Function Order: Se-Fi-Te-Ni

Dorian starts out eager to experience the world and make friends in it, but also a moralistic young man who doesn’t want to see anything bad and who argues with his friend Henry about doing what’s right, because it’s a matter of personal conscience. But the more he leans into being around Henry, the more his conscience starts to fade and “rot” sets into his soul. He becomes an outright hedonist, over-reliant upon his sexual and physical urges and impulses; taking bets to seduce girls (and their mother too, for double or nothing), drinking to excess, hosting orgies in his home, dancing away half the night, etc. He is also opportunistic and attentive to his environment, noticing the damage to his portrait and immediately understanding that his bargain with the devil was real. He seduces the artist to keep the secret from him, then strangles and stabs him to death, cuts him into pieces, and dumps him in the river. Dorian spends years abroad and returns as youthful and attractive as ever, much to the shock of his friends, where he promptly becomes romantically involved with Henry’s daughter, much to his distress. When Henry confronts him with the awful truth, Dorian spits out that he did everything Henry philosophized about, he lived the life of hedonism and excess that Henry idealized. Whenever Dorian is not himself, he loops into lower Te behaviors – cruelty, bluntness, and doing whatever he must, to ensure his own lack of discovery, including murder, blackmail, and covering up his many sins. He becomes violent to protect his secret, but also feels like needs to return to being his Fi self – Dorian struggles hard against his evil impulses, at times coming out of his darkness and being remorseful about it, but it’s never quite enough to save him, until he takes it upon himself to destroy the portrait, knowing he will die with it – a sort of atonement for his sins.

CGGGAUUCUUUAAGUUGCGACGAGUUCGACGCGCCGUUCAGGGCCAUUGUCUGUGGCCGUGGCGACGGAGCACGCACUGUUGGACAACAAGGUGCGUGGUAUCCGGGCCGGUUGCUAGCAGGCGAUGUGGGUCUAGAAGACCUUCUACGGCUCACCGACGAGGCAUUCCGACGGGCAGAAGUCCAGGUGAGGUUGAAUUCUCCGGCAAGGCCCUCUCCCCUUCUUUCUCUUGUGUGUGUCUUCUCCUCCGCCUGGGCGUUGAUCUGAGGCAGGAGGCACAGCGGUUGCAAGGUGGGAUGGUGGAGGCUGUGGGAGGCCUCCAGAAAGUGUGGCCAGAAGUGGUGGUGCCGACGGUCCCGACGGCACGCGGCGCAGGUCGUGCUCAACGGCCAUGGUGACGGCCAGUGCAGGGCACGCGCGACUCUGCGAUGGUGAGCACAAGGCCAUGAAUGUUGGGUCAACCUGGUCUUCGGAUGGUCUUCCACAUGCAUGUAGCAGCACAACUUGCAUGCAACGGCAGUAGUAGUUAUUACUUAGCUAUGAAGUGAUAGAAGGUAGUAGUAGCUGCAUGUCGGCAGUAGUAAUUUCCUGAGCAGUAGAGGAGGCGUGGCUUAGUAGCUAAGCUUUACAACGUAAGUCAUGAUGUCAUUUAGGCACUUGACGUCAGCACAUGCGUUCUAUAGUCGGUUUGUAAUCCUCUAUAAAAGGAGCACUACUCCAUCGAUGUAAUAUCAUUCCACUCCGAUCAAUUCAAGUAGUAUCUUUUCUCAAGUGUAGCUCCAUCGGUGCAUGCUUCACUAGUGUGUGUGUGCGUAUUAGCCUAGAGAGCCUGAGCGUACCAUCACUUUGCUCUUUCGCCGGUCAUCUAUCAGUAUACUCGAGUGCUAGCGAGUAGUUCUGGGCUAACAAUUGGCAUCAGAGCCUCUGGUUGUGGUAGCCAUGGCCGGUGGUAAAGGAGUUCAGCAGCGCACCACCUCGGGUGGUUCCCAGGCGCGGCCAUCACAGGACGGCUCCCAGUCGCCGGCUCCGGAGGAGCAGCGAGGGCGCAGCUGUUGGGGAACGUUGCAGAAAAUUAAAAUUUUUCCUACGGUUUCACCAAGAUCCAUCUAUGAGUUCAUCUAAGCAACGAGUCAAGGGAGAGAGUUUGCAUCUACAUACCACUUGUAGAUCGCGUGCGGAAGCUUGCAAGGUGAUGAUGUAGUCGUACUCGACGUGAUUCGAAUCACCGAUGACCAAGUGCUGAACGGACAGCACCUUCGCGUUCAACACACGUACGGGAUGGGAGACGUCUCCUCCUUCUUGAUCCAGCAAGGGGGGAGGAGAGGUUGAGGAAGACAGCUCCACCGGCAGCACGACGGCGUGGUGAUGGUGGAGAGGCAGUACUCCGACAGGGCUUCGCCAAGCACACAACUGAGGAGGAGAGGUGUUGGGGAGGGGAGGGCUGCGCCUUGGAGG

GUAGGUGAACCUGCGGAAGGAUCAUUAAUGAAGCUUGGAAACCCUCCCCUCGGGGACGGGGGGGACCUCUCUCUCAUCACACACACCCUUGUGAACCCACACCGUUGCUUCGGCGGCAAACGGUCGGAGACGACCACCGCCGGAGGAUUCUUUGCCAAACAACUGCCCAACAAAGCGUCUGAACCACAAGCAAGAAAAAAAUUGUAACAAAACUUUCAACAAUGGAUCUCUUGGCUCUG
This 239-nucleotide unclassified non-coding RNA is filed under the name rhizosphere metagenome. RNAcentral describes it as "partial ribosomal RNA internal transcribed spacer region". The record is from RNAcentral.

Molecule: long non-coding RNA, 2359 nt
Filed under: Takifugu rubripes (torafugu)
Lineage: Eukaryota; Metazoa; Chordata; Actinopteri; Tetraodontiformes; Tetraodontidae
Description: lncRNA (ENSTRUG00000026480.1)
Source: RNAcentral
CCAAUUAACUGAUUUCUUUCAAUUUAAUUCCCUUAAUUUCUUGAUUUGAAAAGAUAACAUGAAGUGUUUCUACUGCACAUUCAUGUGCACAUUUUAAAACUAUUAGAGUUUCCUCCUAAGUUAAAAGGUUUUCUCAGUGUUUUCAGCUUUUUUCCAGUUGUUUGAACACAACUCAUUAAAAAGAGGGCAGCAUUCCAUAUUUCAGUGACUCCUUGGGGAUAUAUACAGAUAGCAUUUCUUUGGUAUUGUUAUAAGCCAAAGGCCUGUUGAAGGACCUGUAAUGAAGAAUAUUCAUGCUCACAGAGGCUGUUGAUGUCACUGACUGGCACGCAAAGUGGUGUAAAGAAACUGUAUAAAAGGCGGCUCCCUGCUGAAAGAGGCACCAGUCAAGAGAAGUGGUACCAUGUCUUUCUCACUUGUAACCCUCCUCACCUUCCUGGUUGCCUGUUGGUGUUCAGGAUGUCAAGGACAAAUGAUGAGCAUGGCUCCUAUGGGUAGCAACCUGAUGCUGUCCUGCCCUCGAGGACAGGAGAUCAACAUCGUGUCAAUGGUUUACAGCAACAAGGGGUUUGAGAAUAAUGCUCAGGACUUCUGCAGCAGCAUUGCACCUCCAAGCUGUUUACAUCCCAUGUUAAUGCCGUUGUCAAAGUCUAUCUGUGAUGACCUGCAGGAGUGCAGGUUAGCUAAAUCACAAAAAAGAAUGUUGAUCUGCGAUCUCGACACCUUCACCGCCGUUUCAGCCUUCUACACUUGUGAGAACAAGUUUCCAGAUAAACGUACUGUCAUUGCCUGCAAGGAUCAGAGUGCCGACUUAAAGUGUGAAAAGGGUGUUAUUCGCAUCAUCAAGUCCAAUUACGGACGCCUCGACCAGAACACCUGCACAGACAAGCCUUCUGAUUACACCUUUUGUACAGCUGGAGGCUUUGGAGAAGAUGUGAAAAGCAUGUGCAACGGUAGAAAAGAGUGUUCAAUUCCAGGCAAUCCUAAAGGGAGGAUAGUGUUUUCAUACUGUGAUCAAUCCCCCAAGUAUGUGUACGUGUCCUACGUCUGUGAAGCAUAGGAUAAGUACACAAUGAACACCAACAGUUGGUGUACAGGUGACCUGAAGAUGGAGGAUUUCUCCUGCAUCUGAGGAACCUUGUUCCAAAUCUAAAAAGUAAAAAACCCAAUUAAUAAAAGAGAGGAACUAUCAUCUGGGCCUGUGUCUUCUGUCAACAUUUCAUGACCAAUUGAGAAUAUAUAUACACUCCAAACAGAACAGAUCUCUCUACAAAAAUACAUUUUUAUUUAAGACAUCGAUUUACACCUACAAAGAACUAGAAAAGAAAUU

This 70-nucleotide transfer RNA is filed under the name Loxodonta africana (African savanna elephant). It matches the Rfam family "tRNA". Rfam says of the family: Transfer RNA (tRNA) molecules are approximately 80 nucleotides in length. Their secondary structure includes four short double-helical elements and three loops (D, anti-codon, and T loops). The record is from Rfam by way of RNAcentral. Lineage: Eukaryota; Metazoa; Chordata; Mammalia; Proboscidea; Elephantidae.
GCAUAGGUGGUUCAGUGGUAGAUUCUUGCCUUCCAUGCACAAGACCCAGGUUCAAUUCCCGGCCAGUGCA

Enneagram: 7w8 sx/so

Dorian starts out an idealistic young man, naïve, impressionable, and wanting to see the good in everyone, and becomes an unapologetic hedonist, who cannot bear the thought of pleasure passing from him as he gets older, and condemns his soul to hell by trading it for eternal youth. He shifts in and out of compassion and empathy into callousness and hedonism, always afraid of exposure and violent in his protests that he has done no wrong, that he should apologize for nothing, and that he is not responsible for the ruin of the woman he loved. He refuses to take responsibility for any of it, until at the very end, he sees what he has done, how he has ruined himself and others, and chooses to keep the demonic painting (and thus himself) with a sword through the chest. He finds reasons to justify his actions and excuse them, refuses to live in pain after Sybil’s death, and overcomes his sorrowful emotions quickly. Dorian leans into his 8 wing heavily as he grows older, becoming more and more unapologetically aggressive in his pursuit of hedonistic pleasure, reacting strongly against those who oppose him, and even sneering at those who don’t pursue pleasure, but only think about it.